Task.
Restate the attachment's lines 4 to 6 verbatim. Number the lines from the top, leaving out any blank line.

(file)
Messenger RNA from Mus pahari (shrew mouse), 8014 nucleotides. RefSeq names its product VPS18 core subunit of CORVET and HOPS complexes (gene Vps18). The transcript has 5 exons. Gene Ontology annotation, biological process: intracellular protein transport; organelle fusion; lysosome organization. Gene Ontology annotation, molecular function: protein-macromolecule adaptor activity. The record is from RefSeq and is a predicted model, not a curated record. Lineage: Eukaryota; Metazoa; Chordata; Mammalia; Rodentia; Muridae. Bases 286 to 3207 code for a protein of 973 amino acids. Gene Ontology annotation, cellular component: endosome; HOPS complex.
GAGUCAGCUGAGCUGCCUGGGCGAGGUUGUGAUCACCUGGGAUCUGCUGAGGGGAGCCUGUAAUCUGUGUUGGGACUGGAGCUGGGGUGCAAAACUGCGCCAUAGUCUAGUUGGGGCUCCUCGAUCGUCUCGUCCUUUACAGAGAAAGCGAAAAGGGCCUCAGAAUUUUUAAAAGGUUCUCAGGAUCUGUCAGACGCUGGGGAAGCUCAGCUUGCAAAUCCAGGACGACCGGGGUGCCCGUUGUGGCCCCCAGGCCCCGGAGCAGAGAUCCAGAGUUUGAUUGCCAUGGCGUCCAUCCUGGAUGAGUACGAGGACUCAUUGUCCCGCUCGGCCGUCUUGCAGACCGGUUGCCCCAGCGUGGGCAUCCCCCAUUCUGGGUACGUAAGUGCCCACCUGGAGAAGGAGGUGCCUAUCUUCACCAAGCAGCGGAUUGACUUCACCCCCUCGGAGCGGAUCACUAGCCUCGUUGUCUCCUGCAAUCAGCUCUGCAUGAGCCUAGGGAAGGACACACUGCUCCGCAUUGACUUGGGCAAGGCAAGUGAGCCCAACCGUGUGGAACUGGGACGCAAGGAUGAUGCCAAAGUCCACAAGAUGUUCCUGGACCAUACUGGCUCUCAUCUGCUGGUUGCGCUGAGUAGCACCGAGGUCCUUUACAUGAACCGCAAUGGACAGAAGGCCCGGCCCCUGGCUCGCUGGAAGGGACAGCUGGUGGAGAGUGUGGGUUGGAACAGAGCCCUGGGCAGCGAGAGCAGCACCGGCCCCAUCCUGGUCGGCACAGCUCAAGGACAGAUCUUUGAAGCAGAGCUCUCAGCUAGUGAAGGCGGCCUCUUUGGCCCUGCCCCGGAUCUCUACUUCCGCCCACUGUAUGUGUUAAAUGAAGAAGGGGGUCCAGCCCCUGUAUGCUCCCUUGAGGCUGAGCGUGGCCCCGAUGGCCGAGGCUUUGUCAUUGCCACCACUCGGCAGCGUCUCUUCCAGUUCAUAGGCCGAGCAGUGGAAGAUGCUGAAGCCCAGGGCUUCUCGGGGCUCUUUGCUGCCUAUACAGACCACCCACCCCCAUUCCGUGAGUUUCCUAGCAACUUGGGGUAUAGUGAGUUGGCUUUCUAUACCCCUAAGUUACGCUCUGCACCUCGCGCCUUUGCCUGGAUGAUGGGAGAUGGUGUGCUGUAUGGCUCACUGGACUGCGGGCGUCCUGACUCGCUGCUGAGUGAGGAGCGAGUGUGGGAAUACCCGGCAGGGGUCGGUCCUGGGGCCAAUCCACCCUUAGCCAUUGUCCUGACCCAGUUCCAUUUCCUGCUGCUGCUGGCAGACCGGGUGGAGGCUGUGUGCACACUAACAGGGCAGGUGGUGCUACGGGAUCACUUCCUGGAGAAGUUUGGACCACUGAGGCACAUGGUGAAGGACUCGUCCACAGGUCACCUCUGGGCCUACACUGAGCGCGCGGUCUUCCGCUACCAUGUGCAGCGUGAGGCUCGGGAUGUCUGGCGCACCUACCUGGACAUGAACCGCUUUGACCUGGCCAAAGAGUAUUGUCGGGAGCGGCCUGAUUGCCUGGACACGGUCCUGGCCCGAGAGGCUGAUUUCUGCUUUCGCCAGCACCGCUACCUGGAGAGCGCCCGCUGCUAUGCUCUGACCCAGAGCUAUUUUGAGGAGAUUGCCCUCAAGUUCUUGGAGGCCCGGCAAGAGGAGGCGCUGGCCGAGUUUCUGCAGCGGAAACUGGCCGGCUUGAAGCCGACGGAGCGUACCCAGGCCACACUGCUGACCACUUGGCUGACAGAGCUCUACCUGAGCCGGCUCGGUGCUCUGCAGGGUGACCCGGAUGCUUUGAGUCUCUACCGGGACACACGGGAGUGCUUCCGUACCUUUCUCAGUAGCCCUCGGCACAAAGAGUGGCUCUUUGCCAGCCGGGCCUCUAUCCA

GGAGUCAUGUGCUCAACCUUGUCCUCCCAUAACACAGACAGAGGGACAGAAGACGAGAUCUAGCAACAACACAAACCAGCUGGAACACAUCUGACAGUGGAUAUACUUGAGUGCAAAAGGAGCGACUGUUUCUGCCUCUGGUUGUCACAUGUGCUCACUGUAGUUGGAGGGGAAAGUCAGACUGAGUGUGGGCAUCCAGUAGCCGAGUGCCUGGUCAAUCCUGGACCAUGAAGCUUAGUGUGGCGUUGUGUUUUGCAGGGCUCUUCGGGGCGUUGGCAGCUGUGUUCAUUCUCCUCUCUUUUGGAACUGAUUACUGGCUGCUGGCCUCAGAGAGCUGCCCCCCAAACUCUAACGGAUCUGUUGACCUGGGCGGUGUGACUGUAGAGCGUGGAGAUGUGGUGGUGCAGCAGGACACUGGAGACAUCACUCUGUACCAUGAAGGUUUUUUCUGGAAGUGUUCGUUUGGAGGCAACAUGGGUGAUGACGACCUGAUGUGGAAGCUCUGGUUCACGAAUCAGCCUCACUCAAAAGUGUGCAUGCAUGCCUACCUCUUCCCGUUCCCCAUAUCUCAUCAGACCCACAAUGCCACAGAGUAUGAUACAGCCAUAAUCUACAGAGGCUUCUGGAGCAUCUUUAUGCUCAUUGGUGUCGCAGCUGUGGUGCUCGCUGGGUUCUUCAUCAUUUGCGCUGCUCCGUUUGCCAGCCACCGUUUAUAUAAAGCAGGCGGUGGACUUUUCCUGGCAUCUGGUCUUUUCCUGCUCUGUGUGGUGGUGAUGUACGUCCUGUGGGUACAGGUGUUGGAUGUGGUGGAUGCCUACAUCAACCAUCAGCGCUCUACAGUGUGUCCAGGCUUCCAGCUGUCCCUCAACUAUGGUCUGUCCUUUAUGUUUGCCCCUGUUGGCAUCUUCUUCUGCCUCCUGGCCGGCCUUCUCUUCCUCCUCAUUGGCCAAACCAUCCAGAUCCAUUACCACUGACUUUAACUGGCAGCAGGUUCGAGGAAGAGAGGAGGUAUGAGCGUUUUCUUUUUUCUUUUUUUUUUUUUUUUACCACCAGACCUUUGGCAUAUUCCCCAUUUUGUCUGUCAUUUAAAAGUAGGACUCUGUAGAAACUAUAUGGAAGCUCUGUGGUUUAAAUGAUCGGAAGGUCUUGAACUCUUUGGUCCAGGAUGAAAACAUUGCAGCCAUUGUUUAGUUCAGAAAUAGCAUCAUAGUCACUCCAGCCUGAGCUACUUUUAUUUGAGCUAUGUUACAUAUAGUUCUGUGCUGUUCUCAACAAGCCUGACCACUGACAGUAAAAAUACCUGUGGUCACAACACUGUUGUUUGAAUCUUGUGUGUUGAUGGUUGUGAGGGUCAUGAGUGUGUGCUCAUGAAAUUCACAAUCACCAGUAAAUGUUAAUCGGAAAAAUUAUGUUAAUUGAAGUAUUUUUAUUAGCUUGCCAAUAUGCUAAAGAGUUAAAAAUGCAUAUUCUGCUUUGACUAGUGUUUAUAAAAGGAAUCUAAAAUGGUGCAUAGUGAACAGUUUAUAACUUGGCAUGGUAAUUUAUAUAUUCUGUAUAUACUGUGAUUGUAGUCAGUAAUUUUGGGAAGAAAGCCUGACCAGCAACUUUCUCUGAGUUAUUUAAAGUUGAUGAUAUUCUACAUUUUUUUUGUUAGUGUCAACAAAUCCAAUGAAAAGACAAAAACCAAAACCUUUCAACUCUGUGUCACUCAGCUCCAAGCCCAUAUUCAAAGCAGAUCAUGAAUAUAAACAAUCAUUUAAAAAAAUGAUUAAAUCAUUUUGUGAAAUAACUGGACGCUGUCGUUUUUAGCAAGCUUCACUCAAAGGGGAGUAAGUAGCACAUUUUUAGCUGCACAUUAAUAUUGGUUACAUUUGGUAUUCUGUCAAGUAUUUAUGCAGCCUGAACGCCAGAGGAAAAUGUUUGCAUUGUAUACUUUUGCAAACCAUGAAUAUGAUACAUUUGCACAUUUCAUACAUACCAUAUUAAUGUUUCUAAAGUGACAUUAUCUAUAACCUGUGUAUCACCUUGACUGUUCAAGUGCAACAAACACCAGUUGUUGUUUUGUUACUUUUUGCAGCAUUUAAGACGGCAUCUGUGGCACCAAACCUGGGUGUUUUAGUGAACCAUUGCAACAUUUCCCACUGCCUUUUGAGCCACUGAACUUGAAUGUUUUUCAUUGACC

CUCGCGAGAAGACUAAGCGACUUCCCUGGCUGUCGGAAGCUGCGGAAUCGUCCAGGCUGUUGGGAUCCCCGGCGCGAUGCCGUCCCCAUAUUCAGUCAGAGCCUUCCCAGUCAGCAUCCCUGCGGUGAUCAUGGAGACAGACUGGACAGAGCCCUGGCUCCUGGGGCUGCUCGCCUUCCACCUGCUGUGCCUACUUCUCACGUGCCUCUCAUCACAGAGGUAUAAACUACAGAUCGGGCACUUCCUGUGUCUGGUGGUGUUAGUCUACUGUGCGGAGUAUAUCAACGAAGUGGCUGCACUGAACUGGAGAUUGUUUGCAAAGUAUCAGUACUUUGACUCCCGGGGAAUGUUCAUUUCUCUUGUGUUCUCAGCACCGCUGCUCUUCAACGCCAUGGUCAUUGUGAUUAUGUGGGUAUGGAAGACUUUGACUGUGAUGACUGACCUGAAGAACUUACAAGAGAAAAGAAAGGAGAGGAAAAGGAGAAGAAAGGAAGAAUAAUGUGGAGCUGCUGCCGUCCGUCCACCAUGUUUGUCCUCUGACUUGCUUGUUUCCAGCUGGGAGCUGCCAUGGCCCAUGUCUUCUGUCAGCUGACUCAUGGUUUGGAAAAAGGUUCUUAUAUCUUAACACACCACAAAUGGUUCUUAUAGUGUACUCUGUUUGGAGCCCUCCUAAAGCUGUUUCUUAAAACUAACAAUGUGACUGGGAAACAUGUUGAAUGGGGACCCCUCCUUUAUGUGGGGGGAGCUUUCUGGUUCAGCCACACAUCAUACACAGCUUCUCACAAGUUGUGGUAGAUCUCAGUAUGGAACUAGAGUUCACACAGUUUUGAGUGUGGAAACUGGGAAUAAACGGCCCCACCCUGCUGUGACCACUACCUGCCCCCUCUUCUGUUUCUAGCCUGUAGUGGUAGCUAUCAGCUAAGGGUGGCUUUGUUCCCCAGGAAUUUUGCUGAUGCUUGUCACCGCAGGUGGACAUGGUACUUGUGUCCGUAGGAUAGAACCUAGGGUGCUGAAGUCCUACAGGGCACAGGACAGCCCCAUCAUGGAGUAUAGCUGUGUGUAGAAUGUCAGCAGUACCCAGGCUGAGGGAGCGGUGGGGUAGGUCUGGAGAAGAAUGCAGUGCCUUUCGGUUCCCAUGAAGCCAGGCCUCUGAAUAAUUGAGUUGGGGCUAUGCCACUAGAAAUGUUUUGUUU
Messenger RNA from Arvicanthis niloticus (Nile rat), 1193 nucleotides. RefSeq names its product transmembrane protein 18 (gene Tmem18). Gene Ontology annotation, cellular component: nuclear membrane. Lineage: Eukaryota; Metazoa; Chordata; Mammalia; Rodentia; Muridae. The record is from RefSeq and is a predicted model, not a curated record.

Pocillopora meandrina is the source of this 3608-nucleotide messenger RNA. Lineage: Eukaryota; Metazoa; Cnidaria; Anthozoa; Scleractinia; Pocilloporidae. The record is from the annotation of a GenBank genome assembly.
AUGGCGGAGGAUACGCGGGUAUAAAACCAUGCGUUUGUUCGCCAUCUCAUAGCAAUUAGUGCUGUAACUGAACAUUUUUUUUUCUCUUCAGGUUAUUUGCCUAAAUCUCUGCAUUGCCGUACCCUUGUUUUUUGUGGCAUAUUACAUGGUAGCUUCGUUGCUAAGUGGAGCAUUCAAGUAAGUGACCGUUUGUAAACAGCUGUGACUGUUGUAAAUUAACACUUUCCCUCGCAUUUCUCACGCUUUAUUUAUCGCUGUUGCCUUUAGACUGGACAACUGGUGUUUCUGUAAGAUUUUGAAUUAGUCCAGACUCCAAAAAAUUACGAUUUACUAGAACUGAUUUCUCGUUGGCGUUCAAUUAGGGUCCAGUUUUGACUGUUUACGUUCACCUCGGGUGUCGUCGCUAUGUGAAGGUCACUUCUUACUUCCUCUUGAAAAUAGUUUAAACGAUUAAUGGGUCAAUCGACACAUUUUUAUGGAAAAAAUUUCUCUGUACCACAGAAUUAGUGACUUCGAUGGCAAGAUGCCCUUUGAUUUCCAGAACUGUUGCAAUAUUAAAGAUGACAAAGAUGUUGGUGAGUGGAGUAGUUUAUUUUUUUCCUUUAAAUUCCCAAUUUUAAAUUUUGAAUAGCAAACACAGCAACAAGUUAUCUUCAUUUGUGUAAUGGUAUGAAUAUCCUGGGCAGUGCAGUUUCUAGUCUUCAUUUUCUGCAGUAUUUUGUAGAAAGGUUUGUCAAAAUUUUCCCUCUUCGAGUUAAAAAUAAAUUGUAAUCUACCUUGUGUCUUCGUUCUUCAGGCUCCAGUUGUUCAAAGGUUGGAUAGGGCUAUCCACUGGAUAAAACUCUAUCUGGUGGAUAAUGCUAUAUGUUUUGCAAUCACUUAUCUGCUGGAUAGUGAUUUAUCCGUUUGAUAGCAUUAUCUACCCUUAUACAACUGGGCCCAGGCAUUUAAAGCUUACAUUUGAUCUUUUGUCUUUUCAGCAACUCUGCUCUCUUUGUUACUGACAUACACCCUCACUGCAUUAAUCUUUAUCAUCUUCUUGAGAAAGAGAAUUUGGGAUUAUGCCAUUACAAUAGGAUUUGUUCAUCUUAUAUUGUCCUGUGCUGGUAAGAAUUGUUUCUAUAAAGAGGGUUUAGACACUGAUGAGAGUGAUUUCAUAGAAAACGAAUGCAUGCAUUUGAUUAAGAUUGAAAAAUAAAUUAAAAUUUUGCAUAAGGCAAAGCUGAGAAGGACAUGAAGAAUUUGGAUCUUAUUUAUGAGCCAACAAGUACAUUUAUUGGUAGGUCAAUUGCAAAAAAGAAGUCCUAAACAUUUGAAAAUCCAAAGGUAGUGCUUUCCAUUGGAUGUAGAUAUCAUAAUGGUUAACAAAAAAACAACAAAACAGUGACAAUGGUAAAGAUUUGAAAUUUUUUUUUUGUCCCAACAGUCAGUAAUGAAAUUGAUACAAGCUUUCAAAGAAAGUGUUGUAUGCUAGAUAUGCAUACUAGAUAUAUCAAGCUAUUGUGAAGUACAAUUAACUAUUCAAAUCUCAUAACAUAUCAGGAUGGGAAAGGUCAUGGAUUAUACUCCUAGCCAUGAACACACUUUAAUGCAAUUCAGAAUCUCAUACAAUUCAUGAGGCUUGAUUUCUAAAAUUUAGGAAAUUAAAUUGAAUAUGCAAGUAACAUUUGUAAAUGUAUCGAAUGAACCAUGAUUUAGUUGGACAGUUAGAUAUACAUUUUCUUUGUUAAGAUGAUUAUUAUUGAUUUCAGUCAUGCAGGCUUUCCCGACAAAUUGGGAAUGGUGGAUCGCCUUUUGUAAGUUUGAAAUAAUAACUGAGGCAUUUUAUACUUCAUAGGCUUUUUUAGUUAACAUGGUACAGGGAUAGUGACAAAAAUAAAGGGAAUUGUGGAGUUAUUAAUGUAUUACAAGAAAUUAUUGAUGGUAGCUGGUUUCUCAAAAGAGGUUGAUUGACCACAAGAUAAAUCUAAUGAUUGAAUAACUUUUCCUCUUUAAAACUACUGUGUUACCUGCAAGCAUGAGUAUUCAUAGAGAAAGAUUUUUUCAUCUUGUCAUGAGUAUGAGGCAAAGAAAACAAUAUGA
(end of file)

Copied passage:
CUCGCGAGAAGACUAAGCGACUUCCCUGGCUGUCGGAAGCUGCGGAAUCGUCCAGGCUGUUGGGAUCCCCGGCGCGAUGCCGUCCCCAUAUUCAGUCAGAGCCUUCCCAGUCAGCAUCCCUGCGGUGAUCAUGGAGACAGACUGGACAGAGCCCUGGCUCCUGGGGCUGCUCGCCUUCCACCUGCUGUGCCUACUUCUCACGUGCCUCUCAUCACAGAGGUAUAAACUACAGAUCGGGCACUUCCUGUGUCUGGUGGUGUUAGUCUACUGUGCGGAGUAUAUCAACGAAGUGGCUGCACUGAACUGGAGAUUGUUUGCAAAGUAUCAGUACUUUGACUCCCGGGGAAUGUUCAUUUCUCUUGUGUUCUCAGCACCGCUGCUCUUCAACGCCAUGGUCAUUGUGAUUAUGUGGGUAUGGAAGACUUUGACUGUGAUGACUGACCUGAAGAACUUACAAGAGAAAAGAAAGGAGAGGAAAAGGAGAAGAAAGGAAGAAUAAUGUGGAGCUGCUGCCGUCCGUCCACCAUGUUUGUCCUCUGACUUGCUUGUUUCCAGCUGGGAGCUGCCAUGGCCCAUGUCUUCUGUCAGCUGACUCAUGGUUUGGAAAAAGGUUCUUAUAUCUUAACACACCACAAAUGGUUCUUAUAGUGUACUCUGUUUGGAGCCCUCCUAAAGCUGUUUCUUAAAACUAACAAUGUGACUGGGAAACAUGUUGAAUGGGGACCCCUCCUUUAUGUGGGGGGAGCUUUCUGGUUCAGCCACACAUCAUACACAGCUUCUCACAAGUUGUGGUAGAUCUCAGUAUGGAACUAGAGUUCACACAGUUUUGAGUGUGGAAACUGGGAAUAAACGGCCCCACCCUGCUGUGACCACUACCUGCCCCCUCUUCUGUUUCUAGCCUGUAGUGGUAGCUAUCAGCUAAGGGUGGCUUUGUUCCCCAGGAAUUUUGCUGAUGCUUGUCACCGCAGGUGGACAUGGUACUUGUGUCCGUAGGAUAGAACCUAGGGUGCUGAAGUCCUACAGGGCACAGGACAGCCCCAUCAUGGAGUAUAGCUGUGUGUAGAAUGUCAGCAGUACCCAGGCUGAGGGAGCGGUGGGGUAGGUCUGGAGAAGAAUGCAGUGCCUUUCGGUUCCCAUGAAGCCAGGCCUCUGAAUAAUUGAGUUGGGGCUAUGCCACUAGAAAUGUUUUGUUU
Messenger RNA from Arvicanthis niloticus (Nile rat), 1193 nucleotides. RefSeq names its product transmembrane protein 18 (gene Tmem18). Gene Ontology annotation, cellular component: nuclear membrane. Lineage: Eukaryota; Metazoa; Chordata; Mammalia; Rodentia; Muridae. The record is from RefSeq and is a predicted model, not a curated record.

Pocillopora meandrina is the source of this 3608-nucleotide messenger RNA. Lineage: Eukaryota; Metazoa; Cnidaria; Anthozoa; Scleractinia; Pocilloporidae. The record is from the annotation of a GenBank genome assembly.